Metering Europe: movement in the utility market
This year, the tenth anniversary of the Metering, Billing/CRM Europe takes place in Amsterdam, Netherlands. Since the European member states have opened their electricity and gas markets to competition, the demand for solutions which enable an efficient use of energy and lower the costs increases rapidly. So the investments in smart metering technologies are on the rise. Against this background Zensys will present its Advanced Energy Control Framework in Amsterdam and explain the benefits of the new solution with regard to energy efficiency and the management of consumption.

Source: Sensor News

All in days of work

Saturday, September 13th, 2008




Sometime, the GPRS coverage & priority issue is a turning down subject in our AVLS operations. Despite of GPS data errors and interferences, we choose to add SMS  mode for failsafe function to our AVLS architecture. It’s not really a big deal to develope the back engine, but in considering the alarm dispacthing functions. Maybe, it will become another turning down factor in our bussiness. the dispatcher should be really intelligent to determine the raw data despite of many of uncertainty factors that always bother. We bought a quad-core dell 1U rack server in order to replace our old beloved application server, a 4 pentium 4 Dell 5U tower server. We done doing upgrades to database server, and now working on the back-end & front-end application test. In another hand, we are migrating the Telemery System for waterworks…. developing a friendly GUI for Flood Monitoring System plus testing the alarm dispatching functions, still handling data loses in ABB EM meters integrations… sigh!

Troll 9500 Water Quality Monitoring for Remote Locations using GSM/GPRS Telemetry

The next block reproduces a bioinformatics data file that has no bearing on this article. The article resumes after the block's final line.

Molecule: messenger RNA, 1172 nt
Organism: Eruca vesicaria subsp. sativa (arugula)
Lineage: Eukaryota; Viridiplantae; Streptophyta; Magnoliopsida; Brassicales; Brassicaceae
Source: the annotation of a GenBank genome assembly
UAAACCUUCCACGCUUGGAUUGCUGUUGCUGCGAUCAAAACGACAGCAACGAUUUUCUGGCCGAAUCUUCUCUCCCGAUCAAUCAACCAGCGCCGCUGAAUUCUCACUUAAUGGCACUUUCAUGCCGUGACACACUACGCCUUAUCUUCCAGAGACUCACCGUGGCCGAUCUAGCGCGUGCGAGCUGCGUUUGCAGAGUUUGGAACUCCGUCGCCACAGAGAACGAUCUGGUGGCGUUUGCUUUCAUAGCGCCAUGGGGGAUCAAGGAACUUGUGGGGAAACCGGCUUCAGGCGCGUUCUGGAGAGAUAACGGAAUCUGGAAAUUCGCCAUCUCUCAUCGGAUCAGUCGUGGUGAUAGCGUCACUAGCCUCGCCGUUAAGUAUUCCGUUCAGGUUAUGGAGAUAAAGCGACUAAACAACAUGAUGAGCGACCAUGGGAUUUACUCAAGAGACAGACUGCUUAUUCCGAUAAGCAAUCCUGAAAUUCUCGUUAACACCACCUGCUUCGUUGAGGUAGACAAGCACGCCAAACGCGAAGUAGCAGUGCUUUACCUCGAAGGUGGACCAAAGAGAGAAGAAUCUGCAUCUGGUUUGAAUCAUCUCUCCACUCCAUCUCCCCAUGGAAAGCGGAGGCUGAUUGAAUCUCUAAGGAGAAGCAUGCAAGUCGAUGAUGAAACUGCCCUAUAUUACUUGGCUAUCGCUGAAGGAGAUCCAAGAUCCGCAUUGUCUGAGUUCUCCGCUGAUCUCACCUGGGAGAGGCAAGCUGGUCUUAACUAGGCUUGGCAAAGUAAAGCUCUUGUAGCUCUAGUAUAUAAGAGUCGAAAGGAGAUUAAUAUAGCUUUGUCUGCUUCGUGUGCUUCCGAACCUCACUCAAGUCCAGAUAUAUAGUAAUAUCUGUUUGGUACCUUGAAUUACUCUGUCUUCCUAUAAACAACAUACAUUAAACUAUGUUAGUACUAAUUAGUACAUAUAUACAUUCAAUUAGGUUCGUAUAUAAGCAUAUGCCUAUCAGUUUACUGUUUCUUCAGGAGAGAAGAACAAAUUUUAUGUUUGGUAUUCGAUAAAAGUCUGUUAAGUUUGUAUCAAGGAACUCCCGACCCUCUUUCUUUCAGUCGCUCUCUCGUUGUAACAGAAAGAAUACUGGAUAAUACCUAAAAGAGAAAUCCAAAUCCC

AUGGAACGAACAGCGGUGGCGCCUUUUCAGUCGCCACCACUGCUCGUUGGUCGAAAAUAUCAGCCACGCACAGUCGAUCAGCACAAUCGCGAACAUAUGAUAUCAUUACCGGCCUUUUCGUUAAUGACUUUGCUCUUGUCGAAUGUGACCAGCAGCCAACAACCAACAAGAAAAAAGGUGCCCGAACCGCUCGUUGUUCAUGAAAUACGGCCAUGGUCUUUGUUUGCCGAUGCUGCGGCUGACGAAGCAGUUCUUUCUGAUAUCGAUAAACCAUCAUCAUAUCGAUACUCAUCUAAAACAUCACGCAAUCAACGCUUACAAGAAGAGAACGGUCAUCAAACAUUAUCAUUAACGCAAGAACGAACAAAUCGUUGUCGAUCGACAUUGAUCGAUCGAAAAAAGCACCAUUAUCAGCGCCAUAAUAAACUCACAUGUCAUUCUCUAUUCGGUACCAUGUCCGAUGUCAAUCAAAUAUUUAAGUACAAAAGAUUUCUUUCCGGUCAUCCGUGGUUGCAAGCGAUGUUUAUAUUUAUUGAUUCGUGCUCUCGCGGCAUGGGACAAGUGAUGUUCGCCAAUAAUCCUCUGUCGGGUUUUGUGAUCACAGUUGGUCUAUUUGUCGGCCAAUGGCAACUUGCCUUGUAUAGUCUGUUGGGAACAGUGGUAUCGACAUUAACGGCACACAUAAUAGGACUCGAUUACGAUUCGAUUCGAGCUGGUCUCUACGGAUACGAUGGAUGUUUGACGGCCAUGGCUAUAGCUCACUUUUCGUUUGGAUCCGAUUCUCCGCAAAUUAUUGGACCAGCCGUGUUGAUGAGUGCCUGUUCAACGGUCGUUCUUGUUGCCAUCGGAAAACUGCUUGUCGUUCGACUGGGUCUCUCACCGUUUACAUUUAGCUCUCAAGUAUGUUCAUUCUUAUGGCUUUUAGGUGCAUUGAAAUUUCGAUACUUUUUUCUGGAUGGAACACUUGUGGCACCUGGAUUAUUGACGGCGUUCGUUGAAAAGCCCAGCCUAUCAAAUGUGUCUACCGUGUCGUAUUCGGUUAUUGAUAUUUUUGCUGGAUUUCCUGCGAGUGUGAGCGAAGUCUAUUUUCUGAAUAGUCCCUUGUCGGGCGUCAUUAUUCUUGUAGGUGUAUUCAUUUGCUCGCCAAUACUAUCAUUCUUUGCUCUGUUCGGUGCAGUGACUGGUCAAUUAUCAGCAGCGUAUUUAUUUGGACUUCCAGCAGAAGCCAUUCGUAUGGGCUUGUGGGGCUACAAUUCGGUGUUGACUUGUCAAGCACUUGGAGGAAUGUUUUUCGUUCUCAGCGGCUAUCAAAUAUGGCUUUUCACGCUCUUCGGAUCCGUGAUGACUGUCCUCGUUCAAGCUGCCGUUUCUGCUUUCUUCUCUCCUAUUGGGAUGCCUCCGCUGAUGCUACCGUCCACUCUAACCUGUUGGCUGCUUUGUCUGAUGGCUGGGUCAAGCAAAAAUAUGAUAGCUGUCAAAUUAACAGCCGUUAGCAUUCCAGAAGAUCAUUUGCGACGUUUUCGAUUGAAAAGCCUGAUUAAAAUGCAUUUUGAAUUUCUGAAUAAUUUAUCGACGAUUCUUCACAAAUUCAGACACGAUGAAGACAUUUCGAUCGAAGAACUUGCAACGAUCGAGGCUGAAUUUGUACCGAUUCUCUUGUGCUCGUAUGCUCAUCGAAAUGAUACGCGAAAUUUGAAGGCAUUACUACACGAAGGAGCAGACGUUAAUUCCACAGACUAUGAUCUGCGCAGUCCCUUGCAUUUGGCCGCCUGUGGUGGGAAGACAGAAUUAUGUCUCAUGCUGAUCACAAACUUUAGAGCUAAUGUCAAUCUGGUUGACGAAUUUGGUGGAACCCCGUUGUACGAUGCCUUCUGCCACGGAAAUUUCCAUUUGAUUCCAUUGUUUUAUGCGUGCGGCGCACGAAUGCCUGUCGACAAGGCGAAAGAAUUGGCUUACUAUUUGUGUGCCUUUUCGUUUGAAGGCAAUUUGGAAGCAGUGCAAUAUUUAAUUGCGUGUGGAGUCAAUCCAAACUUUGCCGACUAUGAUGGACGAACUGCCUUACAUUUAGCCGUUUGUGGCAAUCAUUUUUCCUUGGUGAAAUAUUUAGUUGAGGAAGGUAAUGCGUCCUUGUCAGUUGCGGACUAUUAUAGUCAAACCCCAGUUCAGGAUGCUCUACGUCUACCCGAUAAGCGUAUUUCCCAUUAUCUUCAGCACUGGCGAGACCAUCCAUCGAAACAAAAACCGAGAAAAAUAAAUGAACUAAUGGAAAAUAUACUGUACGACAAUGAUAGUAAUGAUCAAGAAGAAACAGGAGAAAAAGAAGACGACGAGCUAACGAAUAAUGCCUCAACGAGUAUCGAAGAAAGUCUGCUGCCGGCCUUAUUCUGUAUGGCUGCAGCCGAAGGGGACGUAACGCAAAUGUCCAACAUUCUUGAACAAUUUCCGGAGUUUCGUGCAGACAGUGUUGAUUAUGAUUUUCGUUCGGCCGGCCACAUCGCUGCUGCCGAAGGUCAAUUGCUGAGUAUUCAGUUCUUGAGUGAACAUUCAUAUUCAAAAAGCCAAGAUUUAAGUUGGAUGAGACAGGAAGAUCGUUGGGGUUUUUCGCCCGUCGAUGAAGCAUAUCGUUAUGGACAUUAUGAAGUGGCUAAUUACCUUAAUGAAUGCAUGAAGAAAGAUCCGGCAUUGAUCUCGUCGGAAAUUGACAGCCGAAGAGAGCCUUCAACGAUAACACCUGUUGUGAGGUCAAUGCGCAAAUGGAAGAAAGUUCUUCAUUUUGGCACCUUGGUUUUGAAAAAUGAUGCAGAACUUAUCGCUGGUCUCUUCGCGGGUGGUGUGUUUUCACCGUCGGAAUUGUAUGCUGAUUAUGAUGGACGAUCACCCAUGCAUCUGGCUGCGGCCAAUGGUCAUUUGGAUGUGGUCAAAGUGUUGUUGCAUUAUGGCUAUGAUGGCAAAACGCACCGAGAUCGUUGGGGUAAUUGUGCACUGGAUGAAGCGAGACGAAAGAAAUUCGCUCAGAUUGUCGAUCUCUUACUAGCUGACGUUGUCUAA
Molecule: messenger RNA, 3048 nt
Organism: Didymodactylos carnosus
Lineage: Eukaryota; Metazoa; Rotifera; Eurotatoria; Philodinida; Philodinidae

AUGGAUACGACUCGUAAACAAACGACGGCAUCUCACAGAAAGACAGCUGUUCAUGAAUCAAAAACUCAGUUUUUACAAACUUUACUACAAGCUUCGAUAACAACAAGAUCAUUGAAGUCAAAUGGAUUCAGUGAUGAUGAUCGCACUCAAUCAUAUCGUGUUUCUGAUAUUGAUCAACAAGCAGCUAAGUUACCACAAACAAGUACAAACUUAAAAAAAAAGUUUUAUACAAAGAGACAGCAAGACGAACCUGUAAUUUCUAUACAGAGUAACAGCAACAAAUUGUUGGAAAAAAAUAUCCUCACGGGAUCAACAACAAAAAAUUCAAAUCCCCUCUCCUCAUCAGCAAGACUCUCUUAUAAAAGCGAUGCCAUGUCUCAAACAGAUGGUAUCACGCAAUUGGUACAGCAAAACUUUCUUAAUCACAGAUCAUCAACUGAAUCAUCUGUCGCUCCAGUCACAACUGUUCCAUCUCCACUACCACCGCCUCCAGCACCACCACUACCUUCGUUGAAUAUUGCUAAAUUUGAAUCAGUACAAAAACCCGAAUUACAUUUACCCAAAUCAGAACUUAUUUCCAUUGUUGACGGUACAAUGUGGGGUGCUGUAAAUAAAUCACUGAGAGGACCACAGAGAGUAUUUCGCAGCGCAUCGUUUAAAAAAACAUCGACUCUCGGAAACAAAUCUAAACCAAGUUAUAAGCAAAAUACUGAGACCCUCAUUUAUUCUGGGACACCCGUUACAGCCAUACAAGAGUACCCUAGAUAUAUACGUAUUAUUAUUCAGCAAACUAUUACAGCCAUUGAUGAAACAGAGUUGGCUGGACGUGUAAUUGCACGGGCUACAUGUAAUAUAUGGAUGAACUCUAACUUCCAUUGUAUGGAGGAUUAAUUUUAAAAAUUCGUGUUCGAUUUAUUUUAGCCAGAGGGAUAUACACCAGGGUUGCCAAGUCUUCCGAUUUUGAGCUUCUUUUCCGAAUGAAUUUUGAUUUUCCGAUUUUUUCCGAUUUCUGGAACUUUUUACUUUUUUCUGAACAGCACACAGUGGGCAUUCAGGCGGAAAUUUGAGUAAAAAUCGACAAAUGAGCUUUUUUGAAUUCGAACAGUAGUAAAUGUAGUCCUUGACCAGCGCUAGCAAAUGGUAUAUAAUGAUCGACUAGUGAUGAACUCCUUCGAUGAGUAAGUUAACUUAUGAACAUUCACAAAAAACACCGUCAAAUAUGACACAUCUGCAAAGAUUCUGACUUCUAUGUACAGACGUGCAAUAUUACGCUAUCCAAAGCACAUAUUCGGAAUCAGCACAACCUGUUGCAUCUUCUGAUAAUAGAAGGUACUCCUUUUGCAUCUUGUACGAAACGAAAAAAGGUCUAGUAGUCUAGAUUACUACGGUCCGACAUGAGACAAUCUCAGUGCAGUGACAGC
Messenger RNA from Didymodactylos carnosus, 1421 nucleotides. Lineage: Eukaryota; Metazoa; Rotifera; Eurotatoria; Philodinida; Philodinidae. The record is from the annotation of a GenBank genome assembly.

Saturday, July 12th, 2008

Troll-Link1-sm.jpgRS Hydro have recently won two seperate contracts to supply anWater Quality Sonde with Remote Monitoring Telemetry Troll Link Systemd install the Troll 9500 multiparameter water quality sonde in remote locations in Wales. Two further units are being supplied as stand-alone platforms.

The clients are using the Troll 9500 XP Professional platform along with the Troll Link solar powered telemetry system with plug and play sensors including turbidity, level, temperature, conductivity and pH/ORP. One of the clients is using the Troll 9500 to provide an early warning alarm to inform the client if any of their remedial works on a dam face are having an influence on the water quality of the compensation flow from the reservoir. The other client is using 4 units to measure water quality in a Site of Special Scientific Interest (SSSI) over a period of two years.

Both clients are using RS Hydro’s FlowView platform to provide all the data on a daily basis. Should any of the alarm thresholds be exceeded, text (SMS) messages will be sent direct to the client. It is possible to view a demo of the Troll 9500 on our local river. Before you think there are errors in the conductivity readings, they are correct! The Salwarpe RIver is partly fed by Droitiwch Spa’s naturally occuring brine baths, hence at low flows, conductivity rises dramatically.